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Clin Calcium. 2011 Nov;21(11):71-9. doi: CliCa111116551663.

[Frontiers in vitamin D; basic research and clinical application. Vitamin D and falls].

[Article in Japanese]

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1
Research Institute, National Center for Geriatrics and Gerontology, Japan.

Abstract

Along with aging, the synthesis of vitamin D₃ in the skin declines with insufficient sunlight exposure, leading to vitamin D deficiency. In the elderly, vitamin D deficiency results not only in impaired bone mineralization, but also myopathy. Low vitamin D has also been shown to be associated with decline of muscle strength, sarcopenia, functional limitation, and disability. Several recent studies have shown that low serum vitamin D concentration is associated with lower physical function and falls in older adults. The previous study of Japanese community elderly aged 65 years and older has also shown that low serum 25-hydroxyvitamin D [25 (OH) D] level is significantly associated with inferior physical performance and experience of fall. In this chapter, a prospective follow-up study conducted to clarify the association between serum 25 (OH) D level and the risk of falls is introduced. The subjects were the community-dwelling elderly women aged 75 years or older (n = 1,393) who participated in a mass health examination. The baseline prevalence of 25 (OH) D insufficiency [blood level<20 ng/mL] was 35.2%. In a multiple logistic regression model adjusted for age, women in the lowest tertile of 25 (OH) D (≤ 19 ng/mL) were at significantly higher risk of any fall (OR = 1.56 ; 95% CI = 1.14-2.14 ; p = 0.005) and recurrent fall (OR = 1.75 ; 95% CI = 1.15-2.68, p = 0.010) compared to women in the highest tertile [25 (OH) D ≥ 25 ng/mL] . A multiple logistic regression model adjusted for various confounding variables showed that serum 25 (OH) D level was independently associated with the risk of falls (p = 0.023) . In conclusion, these results indicate that lower 25 (OH) D, particularly levels below 20 ng/mL, is independently and significantly associated with an increased risk of falling.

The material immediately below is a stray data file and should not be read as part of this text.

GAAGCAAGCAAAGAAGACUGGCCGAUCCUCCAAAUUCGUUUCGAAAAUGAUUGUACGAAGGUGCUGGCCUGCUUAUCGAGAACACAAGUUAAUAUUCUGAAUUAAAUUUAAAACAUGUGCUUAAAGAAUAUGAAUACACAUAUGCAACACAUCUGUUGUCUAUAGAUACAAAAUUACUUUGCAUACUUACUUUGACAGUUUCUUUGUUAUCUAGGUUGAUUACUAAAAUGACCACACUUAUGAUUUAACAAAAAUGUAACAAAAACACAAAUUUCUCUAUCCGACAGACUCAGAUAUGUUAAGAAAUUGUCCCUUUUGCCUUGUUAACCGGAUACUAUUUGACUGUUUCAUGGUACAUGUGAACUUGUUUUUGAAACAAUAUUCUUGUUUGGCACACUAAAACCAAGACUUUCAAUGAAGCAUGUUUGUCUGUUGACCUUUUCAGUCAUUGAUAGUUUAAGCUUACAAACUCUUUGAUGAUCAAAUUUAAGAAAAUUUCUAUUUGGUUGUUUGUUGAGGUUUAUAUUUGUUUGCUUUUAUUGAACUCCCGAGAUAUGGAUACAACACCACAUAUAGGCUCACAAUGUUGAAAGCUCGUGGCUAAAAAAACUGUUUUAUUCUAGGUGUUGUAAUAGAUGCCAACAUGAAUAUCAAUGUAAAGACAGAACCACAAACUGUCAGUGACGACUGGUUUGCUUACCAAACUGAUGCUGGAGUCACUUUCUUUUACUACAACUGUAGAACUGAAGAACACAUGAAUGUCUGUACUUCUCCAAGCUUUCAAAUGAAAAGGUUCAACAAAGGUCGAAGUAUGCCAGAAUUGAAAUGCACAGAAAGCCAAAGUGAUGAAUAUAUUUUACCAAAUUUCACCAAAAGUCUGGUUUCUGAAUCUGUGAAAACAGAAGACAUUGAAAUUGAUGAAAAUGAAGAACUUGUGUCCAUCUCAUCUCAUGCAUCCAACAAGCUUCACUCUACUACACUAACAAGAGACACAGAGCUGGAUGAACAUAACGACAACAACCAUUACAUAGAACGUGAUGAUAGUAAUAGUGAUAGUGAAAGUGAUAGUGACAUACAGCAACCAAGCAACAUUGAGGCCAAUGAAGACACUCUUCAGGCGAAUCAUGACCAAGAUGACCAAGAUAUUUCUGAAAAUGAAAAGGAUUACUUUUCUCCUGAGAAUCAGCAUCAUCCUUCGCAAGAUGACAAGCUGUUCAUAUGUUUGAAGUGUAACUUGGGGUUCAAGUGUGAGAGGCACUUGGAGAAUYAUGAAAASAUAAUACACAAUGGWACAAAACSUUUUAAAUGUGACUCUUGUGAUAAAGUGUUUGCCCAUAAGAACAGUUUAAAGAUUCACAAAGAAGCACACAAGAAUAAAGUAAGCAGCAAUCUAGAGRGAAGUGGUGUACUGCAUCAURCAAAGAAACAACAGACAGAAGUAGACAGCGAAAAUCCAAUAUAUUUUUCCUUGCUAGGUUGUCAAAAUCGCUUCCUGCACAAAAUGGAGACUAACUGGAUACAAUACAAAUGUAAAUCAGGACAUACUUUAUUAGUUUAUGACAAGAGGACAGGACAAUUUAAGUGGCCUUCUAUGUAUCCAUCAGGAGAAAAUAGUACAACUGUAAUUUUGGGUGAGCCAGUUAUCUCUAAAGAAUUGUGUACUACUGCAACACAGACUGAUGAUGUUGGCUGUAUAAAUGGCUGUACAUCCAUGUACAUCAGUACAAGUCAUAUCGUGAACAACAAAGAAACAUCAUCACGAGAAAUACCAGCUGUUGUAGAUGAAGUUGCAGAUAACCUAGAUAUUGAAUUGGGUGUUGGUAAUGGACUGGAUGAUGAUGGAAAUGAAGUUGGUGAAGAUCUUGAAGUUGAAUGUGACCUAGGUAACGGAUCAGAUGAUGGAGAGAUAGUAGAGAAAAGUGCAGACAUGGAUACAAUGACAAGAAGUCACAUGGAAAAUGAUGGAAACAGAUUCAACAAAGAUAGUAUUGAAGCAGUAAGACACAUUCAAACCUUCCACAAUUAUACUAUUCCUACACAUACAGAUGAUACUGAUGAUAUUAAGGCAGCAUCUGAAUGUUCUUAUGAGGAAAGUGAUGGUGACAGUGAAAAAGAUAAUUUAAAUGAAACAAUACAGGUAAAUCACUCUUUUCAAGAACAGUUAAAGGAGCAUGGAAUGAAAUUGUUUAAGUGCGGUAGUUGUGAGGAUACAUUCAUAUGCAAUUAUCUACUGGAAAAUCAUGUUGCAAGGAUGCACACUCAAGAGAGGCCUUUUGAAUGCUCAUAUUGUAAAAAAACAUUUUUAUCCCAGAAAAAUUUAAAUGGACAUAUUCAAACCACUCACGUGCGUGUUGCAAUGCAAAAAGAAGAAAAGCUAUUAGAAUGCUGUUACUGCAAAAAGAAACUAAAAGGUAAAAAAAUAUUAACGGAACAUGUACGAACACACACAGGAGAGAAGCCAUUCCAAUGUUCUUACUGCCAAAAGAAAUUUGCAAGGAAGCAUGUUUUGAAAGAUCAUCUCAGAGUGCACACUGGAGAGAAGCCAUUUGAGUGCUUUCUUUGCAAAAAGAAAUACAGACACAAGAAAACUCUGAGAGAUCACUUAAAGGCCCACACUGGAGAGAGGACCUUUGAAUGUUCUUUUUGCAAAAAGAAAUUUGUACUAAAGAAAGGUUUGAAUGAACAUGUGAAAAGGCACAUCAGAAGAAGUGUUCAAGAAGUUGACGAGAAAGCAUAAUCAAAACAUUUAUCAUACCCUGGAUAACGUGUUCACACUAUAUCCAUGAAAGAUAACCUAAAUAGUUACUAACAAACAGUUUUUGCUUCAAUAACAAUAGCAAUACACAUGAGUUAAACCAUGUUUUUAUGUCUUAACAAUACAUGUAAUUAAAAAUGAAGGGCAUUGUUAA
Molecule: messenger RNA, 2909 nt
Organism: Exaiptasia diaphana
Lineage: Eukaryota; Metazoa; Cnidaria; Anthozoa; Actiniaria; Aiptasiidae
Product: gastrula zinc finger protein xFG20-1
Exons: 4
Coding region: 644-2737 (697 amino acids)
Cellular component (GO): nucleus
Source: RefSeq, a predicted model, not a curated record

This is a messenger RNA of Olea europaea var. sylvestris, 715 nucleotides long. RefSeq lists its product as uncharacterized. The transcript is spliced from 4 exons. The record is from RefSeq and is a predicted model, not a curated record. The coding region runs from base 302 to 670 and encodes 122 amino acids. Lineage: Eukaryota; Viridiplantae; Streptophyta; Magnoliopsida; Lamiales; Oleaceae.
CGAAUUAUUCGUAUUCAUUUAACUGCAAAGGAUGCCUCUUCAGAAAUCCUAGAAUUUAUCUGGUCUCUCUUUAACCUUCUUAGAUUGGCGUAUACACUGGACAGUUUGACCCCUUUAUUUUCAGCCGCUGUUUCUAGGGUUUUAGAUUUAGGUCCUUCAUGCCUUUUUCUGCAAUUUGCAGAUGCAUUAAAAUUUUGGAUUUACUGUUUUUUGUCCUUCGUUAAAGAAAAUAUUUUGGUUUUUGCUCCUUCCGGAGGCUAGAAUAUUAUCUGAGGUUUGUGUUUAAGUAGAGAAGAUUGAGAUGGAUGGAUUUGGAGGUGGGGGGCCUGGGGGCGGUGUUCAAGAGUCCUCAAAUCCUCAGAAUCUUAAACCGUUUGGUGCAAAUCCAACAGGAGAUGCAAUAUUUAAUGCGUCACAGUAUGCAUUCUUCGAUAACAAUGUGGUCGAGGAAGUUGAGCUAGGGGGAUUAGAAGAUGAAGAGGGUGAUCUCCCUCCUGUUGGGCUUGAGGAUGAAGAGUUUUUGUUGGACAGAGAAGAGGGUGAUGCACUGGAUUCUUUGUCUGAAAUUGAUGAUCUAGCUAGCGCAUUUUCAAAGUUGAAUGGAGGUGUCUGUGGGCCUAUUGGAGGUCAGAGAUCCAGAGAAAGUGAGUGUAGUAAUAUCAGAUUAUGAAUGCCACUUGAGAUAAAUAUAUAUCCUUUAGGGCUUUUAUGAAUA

PMID:
22040823
DOI:
CliCa111116551663
[Indexed for MEDLINE]
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